Category Archives: davidwalsh

Get Python Requirements Package Hashes

Python’s (pip’s) requirements.txt file is the equivalent to package.json in the JavaScript / Node.js world.  This requirements.txt file isn’t as pretty as package.json but it not only defines a version but goes a step further, providing a sha hash to compare against to ensure package integrity:

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Protect Sensitive Data in Docker

Docker

Developing authentication code for open source repositories can be a scary task; you’re scared that hackers can find loopholes in your code but you’re also petrified of accidentally committing sensitive credentials to a public repository.  I’ve seen unintentional credential commits happen and the panic that ensues throughout an organization will make your eyes water.

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Powerful Tips and Tools for UX and UI Designers (Sponsored)

Although they are separate entities, UX and UI design are often done by the same individual. This is usually the case with a freelance web designer.

Most designers however, are focused on the UI when building a website. This would seem to make sense, in that UI design is digital-oriented and focuses on creating a website by constructing it page by page. It’s a website’s UI that determines how it will visually present itself, and how it will present its look and feel to its users.

A website’s UX focuses on its usability, and its ability to provide customer satisfaction. Good designers should take their website’s UX requirements into account at the beginning of a project, rather than at the end. While some of the UX design activities revolve around user testing and client feedback, designer and clients should know up front whether a given brand or product is marketable.

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currencylayer: Simple, Effective Currency Conversion

Every developer that’s maintained an eCommerce site will tell you that being responsible for properly handling currency will tell you it can be a very stressful task.  If you write buggy or insecure code, you’re going to cost either your employer or the user money.  An added complication for developers can be currency conversion if the app caters to an international audience.  The last thing developers need is a complicated API, especially one that aids them in handling currency.  That’s where currencylayer comes in:  a simple, comprehensive API for currency conversion for your web and native apps!

Quick Hits

Here are a few of the highlights of currencylayer’s offering:

  • Trusted by Disney Pixar, FedEx, Lyft, and MetLife
  • Supports dozens of currencies
  • Supports bitcoin currency conversion
  • Provides HTTPS API usage
  • Currency value updates every 60 seconds
  • Clear documentation with numerous code samples (cURL, PHP, jQuery, etc.)
  • Very competitive pricing

Using currencylayer

currencylayer offers free signup with a generous request allotment for testing.  After you sign up you’ll be given an API key to kick off development.  Armed with an API key and the documentation, it’s time to use currencylayer’s API endpoints to experiment with currencies!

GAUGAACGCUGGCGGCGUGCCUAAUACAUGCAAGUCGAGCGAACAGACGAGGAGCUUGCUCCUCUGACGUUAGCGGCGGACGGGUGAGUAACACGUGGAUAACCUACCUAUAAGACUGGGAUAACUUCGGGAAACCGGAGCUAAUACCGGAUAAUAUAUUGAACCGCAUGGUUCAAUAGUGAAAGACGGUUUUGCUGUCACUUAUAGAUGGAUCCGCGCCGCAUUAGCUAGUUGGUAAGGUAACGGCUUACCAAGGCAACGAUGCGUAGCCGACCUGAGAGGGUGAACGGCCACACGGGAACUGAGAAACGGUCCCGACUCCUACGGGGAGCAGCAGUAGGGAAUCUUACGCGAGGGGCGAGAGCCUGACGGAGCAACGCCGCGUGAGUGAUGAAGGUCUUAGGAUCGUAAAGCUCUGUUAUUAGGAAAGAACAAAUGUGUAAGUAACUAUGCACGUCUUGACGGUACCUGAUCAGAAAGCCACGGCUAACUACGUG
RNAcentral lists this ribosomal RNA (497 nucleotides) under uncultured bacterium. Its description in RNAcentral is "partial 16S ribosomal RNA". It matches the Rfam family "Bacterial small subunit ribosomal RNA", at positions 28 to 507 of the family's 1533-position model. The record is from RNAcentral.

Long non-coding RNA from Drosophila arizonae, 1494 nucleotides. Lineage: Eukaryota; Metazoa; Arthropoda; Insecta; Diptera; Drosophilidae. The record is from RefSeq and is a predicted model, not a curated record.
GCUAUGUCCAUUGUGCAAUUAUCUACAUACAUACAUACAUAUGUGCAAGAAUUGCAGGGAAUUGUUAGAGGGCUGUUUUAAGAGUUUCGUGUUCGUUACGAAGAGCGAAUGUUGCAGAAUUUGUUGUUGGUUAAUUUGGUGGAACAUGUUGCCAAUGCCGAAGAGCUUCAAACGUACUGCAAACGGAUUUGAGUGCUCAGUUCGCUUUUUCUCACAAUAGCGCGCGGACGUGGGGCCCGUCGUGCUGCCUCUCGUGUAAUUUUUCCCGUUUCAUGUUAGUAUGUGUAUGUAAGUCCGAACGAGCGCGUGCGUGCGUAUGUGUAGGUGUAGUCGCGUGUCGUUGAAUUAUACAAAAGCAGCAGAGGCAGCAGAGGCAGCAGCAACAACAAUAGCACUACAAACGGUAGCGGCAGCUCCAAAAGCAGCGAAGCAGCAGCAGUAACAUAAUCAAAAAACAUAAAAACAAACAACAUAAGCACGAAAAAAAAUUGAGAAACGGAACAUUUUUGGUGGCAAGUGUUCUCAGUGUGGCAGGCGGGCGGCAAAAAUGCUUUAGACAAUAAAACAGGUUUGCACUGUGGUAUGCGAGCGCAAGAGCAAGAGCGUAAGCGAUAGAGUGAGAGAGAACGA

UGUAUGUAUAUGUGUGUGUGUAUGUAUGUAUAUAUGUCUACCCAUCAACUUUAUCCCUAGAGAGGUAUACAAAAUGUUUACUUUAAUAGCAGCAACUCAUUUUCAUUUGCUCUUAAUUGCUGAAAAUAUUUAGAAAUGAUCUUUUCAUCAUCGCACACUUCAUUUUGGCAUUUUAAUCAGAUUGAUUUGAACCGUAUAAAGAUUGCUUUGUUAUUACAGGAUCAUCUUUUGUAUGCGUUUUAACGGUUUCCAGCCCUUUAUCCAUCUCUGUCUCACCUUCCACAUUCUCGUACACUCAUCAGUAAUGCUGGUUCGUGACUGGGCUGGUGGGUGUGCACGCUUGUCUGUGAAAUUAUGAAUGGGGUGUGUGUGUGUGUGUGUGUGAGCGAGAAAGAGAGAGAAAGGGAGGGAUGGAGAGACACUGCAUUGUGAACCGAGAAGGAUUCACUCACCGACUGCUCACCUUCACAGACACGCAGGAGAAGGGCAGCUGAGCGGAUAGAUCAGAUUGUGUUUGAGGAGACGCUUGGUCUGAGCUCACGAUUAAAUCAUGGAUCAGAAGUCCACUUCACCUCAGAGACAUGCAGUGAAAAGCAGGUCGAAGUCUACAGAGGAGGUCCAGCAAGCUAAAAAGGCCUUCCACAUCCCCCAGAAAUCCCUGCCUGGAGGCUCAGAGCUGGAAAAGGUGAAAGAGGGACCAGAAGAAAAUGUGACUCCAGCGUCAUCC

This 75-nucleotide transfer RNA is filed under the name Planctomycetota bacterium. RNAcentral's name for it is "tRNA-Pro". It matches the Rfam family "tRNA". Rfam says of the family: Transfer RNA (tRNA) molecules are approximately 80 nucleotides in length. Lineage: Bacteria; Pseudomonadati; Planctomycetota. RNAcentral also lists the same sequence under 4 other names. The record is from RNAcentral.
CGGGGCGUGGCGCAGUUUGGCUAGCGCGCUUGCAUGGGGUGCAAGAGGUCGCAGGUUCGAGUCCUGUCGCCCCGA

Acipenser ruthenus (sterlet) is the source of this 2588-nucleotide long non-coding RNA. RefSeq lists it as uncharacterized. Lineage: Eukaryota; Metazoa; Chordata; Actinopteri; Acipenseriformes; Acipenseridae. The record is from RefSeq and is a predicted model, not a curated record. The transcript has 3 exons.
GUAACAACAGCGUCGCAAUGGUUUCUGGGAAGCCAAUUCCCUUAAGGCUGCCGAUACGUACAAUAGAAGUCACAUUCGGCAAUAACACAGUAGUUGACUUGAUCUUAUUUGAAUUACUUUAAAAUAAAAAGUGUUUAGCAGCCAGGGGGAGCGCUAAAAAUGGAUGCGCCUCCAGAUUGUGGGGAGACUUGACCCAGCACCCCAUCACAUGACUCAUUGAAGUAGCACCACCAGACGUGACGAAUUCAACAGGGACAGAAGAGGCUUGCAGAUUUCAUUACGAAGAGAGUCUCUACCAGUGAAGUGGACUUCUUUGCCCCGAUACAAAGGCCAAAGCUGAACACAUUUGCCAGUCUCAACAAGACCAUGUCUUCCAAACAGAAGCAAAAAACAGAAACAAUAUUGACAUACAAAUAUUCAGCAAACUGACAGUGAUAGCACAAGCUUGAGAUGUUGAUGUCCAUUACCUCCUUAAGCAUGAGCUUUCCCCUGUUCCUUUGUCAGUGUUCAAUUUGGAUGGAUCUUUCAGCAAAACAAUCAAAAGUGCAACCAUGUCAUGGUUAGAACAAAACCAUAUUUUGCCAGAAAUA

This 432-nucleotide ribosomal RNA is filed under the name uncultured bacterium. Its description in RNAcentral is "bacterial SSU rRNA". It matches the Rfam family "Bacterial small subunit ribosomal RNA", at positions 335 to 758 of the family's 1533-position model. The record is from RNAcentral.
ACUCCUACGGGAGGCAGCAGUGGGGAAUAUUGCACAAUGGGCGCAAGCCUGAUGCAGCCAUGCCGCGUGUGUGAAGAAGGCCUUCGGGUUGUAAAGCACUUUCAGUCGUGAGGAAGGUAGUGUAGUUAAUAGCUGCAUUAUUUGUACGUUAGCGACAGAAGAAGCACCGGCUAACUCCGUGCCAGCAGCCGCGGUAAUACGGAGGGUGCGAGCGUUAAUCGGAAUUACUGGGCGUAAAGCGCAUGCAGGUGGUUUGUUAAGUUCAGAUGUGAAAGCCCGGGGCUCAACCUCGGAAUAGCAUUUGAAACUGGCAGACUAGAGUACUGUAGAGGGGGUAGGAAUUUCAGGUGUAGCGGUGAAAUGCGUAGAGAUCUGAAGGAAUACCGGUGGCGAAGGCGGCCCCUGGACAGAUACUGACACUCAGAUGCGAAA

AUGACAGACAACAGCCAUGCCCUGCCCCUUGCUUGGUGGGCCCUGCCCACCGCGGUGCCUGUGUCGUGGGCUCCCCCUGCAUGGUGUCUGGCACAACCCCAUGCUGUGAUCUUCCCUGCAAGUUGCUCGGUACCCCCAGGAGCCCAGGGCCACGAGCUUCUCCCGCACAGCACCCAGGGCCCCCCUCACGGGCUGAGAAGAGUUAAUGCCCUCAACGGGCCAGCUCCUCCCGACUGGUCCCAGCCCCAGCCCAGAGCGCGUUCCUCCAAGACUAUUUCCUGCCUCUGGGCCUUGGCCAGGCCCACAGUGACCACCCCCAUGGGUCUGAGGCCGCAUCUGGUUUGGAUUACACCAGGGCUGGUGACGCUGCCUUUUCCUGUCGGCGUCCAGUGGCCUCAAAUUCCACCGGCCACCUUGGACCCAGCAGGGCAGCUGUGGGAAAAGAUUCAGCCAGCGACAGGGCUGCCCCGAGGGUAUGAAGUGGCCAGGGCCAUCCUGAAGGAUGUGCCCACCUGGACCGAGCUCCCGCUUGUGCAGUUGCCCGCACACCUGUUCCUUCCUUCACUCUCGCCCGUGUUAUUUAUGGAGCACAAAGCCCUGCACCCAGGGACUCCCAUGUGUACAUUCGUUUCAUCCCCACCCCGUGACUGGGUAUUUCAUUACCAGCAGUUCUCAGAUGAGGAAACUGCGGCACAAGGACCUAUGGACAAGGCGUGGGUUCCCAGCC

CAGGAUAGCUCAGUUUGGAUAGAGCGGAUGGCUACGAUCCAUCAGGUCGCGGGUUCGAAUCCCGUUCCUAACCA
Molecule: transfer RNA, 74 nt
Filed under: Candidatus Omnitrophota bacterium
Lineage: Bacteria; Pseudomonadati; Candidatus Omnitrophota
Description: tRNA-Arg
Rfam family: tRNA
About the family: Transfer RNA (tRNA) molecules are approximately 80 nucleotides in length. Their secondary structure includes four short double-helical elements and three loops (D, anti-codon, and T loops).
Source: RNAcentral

Tips for All currencylayer Requests

  • All requests must be GET requests
  • The access_key parameter, which represents your API KEY, is required for all requests
  • You can add format=1 to any request to request currenclylayer format the JSON response (nice!)
  • You can add source={code} to change the source currency from USD to whichever language you’d like
  • You can add currency={currencylist} to specify which currencies you want information for
  • currencylayer provides extensive code samples in their documentation

Getting a Currency Listing

A good first step is using the currency listing endpoint to see which currencies are supported by currencylayer:

# The "list" endpoint provides a basic list of supported currencies
curl http://apilayer.net/api/list?access_key=MY_API_KEY&format=1
// Response:
{
   "success":true,
   "terms":"https:\/\/currencylayer.com\/terms",
   "privacy":"https:\/\/currencylayer.com\/privacy",
   "currencies":{
      "AED":"United Arab Emirates Dirham",
      "AFN":"Afghan Afghani",
      "ALL":"Albanian Lek",
      "AMD":"Armenian Dram",
      "ANG":"Netherlands Antillean Guilder",
      "AOA":"Angolan Kwanza",
      "ARS":"Argentine Peso",
      "AUD":"Australian Dollar",
      "BTC":"Bitcoin", // Yay bitcoin!
      // ...
      "USD":"United States Dollar",
      "UYU":"Uruguayan Peso",
      "UZS":"Uzbekistan Som",
      "VEF":"Venezuelan Bol\u00edvar Fuerte",
      "VND":"Vietnamese Dong"
   }
}

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Chris Coyier: Some Amazing Work on CodePen III

I’m back! David asked me to rope up some of my favorite stuff on CodePen again, which I both love doing, and wince at the thought of having to pick so few favorites. I like a ton of stuff on CodePen. It’s kind of a hobby of mine. Here’s some things that appeal to my particular tastes 😉

3D Hamburger Transformicon

There are no shortage of hamburgers on CodePen, but this one by Bennett Feely (a transformation of a Dribble Shot by vlbrsk) is exceptionally clever. Bennet is always doing really clever stuff!

See the Pen 3D Hamburger Transformicon by Bennett Feely (@bennettfeely) on CodePen.

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